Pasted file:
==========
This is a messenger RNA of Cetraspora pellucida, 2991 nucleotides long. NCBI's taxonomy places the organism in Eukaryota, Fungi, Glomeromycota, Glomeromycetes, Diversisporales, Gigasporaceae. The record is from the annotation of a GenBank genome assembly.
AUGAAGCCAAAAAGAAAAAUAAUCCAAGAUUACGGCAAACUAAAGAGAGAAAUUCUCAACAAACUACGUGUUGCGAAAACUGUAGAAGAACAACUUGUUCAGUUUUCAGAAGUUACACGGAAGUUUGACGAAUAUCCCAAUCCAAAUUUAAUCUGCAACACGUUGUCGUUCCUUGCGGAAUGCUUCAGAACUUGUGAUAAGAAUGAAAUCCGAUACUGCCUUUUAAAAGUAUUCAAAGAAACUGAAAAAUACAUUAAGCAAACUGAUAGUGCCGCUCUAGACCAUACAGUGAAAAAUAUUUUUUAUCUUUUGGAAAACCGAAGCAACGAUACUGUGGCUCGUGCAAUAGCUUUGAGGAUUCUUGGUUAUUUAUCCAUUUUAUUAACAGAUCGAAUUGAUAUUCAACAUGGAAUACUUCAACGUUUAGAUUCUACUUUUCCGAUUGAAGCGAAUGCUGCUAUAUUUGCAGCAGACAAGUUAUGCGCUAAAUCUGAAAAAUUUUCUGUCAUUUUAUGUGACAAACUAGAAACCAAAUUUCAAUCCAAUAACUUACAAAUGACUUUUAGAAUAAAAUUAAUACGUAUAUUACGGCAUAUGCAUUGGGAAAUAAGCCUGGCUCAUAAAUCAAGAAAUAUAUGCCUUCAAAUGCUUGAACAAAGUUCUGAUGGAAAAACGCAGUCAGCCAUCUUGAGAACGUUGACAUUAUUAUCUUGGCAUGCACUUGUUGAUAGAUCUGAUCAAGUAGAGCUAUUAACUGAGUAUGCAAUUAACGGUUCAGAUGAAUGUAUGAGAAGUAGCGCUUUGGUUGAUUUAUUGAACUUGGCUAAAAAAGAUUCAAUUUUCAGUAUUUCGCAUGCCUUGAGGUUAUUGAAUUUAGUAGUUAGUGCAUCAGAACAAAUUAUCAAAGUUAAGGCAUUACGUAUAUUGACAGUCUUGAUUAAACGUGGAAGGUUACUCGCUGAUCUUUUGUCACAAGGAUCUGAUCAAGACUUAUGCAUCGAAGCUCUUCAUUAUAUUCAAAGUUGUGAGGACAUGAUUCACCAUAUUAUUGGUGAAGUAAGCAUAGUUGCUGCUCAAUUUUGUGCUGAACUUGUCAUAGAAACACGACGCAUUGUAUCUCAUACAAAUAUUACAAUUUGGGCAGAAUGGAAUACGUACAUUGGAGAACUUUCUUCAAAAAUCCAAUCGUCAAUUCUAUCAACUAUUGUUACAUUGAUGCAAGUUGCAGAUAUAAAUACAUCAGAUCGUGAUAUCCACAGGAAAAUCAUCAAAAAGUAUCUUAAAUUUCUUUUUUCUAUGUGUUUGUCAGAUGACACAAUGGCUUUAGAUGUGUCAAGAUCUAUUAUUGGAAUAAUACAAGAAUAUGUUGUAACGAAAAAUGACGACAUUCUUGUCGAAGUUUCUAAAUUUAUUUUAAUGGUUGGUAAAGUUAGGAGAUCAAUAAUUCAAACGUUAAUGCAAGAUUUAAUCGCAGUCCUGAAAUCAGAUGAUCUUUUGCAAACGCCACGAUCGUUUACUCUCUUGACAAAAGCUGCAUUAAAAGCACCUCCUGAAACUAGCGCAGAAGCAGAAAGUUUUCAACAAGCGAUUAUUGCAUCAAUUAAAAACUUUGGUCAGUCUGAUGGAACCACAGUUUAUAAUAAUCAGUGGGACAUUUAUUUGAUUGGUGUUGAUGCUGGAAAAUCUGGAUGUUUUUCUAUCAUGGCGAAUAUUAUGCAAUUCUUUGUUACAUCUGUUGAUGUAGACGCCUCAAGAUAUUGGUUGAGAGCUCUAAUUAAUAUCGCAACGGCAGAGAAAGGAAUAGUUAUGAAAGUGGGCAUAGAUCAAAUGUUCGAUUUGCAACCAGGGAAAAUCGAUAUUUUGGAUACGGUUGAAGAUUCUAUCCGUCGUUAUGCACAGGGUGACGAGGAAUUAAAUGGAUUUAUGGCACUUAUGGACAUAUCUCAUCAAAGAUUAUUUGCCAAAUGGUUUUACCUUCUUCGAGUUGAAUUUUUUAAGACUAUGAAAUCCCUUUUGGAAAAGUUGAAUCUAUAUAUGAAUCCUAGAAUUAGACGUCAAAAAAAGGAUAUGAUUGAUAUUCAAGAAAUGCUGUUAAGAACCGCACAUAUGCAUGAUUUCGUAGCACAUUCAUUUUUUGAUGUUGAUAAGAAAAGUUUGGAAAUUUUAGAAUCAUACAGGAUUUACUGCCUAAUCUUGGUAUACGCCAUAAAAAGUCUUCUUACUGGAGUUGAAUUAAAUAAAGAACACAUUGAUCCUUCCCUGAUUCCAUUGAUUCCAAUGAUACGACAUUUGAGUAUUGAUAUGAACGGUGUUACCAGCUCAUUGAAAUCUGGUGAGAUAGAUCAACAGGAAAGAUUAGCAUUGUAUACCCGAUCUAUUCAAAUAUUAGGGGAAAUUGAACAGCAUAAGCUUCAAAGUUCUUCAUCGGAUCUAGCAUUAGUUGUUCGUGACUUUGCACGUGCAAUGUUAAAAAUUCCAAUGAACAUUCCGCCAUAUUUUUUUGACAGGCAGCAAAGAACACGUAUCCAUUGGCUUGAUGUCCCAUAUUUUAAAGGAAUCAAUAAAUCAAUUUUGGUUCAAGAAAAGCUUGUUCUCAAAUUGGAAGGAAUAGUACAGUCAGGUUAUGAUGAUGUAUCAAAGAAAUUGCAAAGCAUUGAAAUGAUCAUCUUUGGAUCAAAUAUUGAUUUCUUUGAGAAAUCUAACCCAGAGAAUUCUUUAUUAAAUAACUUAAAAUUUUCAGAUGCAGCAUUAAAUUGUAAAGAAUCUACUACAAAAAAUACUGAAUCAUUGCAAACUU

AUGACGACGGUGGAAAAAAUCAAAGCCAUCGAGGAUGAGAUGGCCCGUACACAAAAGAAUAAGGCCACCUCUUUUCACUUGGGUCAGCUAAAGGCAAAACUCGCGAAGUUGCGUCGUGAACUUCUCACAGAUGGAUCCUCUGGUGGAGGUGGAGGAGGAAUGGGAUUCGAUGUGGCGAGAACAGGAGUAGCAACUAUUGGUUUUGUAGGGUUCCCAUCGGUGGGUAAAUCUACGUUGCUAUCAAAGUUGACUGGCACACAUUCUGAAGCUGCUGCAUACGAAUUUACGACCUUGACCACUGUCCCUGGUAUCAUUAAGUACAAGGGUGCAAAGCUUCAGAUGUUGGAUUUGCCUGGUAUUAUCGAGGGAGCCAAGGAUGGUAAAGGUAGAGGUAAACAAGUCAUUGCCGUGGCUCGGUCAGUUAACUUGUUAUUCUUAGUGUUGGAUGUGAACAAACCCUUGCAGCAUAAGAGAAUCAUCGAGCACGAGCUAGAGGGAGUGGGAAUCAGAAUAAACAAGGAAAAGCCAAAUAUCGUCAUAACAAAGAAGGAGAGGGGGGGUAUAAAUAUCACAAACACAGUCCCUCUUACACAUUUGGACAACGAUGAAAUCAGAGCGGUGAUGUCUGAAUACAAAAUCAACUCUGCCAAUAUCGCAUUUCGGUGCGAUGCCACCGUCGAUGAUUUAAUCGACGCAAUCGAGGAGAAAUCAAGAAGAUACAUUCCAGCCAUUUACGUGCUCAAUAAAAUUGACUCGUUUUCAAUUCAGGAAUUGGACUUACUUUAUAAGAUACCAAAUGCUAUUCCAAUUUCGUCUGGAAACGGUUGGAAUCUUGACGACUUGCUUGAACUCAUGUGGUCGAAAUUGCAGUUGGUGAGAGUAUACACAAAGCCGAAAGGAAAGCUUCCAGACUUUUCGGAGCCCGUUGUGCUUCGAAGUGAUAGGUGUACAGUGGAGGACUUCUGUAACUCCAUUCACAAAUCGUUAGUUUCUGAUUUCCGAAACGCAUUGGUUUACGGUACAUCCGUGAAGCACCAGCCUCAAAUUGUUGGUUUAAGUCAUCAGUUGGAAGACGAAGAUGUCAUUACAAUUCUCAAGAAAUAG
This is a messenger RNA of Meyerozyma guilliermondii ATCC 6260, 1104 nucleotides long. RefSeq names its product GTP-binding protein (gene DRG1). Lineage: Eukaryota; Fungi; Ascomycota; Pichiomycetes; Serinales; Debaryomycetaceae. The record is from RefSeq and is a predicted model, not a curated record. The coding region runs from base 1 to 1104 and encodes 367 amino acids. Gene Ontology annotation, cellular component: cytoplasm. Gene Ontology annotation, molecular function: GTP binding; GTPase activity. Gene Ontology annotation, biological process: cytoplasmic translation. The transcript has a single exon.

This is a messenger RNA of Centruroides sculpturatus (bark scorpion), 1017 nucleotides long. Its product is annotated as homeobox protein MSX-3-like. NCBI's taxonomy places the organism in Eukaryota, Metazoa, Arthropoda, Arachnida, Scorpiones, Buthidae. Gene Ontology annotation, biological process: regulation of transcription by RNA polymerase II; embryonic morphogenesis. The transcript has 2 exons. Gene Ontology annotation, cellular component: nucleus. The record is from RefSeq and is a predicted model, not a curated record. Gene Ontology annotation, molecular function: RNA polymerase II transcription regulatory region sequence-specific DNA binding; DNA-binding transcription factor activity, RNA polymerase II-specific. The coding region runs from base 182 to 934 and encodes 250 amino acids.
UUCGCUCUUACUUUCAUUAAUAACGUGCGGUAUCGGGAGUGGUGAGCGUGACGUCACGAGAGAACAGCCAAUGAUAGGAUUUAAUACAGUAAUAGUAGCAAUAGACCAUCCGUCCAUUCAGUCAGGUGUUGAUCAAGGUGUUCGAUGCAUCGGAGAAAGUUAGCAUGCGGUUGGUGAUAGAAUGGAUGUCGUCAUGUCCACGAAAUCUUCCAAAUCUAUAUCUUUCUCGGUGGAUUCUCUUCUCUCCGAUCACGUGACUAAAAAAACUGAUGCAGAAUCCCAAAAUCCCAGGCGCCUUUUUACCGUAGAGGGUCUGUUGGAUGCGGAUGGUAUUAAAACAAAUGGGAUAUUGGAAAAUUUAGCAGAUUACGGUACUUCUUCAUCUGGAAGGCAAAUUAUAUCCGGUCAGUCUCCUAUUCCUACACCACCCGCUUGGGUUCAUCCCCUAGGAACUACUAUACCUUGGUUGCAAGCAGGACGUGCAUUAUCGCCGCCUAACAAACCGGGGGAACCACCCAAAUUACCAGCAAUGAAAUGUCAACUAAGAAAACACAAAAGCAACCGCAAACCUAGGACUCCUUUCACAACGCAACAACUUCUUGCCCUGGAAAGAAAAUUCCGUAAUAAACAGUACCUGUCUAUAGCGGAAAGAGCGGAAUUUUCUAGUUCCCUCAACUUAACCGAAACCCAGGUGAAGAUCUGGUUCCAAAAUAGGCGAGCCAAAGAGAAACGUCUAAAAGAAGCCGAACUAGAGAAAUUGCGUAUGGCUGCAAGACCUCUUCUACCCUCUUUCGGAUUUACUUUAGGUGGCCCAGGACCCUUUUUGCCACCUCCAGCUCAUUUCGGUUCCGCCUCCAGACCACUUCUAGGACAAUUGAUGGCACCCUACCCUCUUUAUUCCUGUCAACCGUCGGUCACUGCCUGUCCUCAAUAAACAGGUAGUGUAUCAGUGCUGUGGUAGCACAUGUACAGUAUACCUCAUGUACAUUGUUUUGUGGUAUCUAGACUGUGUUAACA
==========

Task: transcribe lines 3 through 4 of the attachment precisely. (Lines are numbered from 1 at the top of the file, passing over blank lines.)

AUGACGACGGUGGAAAAAAUCAAAGCCAUCGAGGAUGAGAUGGCCCGUACACAAAAGAAUAAGGCCACCUCUUUUCACUUGGGUCAGCUAAAGGCAAAACUCGCGAAGUUGCGUCGUGAACUUCUCACAGAUGGAUCCUCUGGUGGAGGUGGAGGAGGAAUGGGAUUCGAUGUGGCGAGAACAGGAGUAGCAACUAUUGGUUUUGUAGGGUUCCCAUCGGUGGGUAAAUCUACGUUGCUAUCAAAGUUGACUGGCACACAUUCUGAAGCUGCUGCAUACGAAUUUACGACCUUGACCACUGUCCCUGGUAUCAUUAAGUACAAGGGUGCAAAGCUUCAGAUGUUGGAUUUGCCUGGUAUUAUCGAGGGAGCCAAGGAUGGUAAAGGUAGAGGUAAACAAGUCAUUGCCGUGGCUCGGUCAGUUAACUUGUUAUUCUUAGUGUUGGAUGUGAACAAACCCUUGCAGCAUAAGAGAAUCAUCGAGCACGAGCUAGAGGGAGUGGGAAUCAGAAUAAACAAGGAAAAGCCAAAUAUCGUCAUAACAAAGAAGGAGAGGGGGGGUAUAAAUAUCACAAACACAGUCCCUCUUACACAUUUGGACAACGAUGAAAUCAGAGCGGUGAUGUCUGAAUACAAAAUCAACUCUGCCAAUAUCGCAUUUCGGUGCGAUGCCACCGUCGAUGAUUUAAUCGACGCAAUCGAGGAGAAAUCAAGAAGAUACAUUCCAGCCAUUUACGUGCUCAAUAAAAUUGACUCGUUUUCAAUUCAGGAAUUGGACUUACUUUAUAAGAUACCAAAUGCUAUUCCAAUUUCGUCUGGAAACGGUUGGAAUCUUGACGACUUGCUUGAACUCAUGUGGUCGAAAUUGCAGUUGGUGAGAGUAUACACAAAGCCGAAAGGAAAGCUUCCAGACUUUUCGGAGCCCGUUGUGCUUCGAAGUGAUAGGUGUACAGUGGAGGACUUCUGUAACUCCAUUCACAAAUCGUUAGUUUCUGAUUUCCGAAACGCAUUGGUUUACGGUACAUCCGUGAAGCACCAGCCUCAAAUUGUUGGUUUAAGUCAUCAGUUGGAAGACGAAGAUGUCAUUACAAUUCUCAAGAAAUAG
This is a messenger RNA of Meyerozyma guilliermondii ATCC 6260, 1104 nucleotides long. RefSeq names its product GTP-binding protein (gene DRG1). Lineage: Eukaryota; Fungi; Ascomycota; Pichiomycetes; Serinales; Debaryomycetaceae. The record is from RefSeq and is a predicted model, not a curated record. The coding region runs from base 1 to 1104 and encodes 367 amino acids. Gene Ontology annotation, cellular component: cytoplasm. Gene Ontology annotation, molecular function: GTP binding; GTPase activity. Gene Ontology annotation, biological process: cytoplasmic translation. The transcript has a single exon.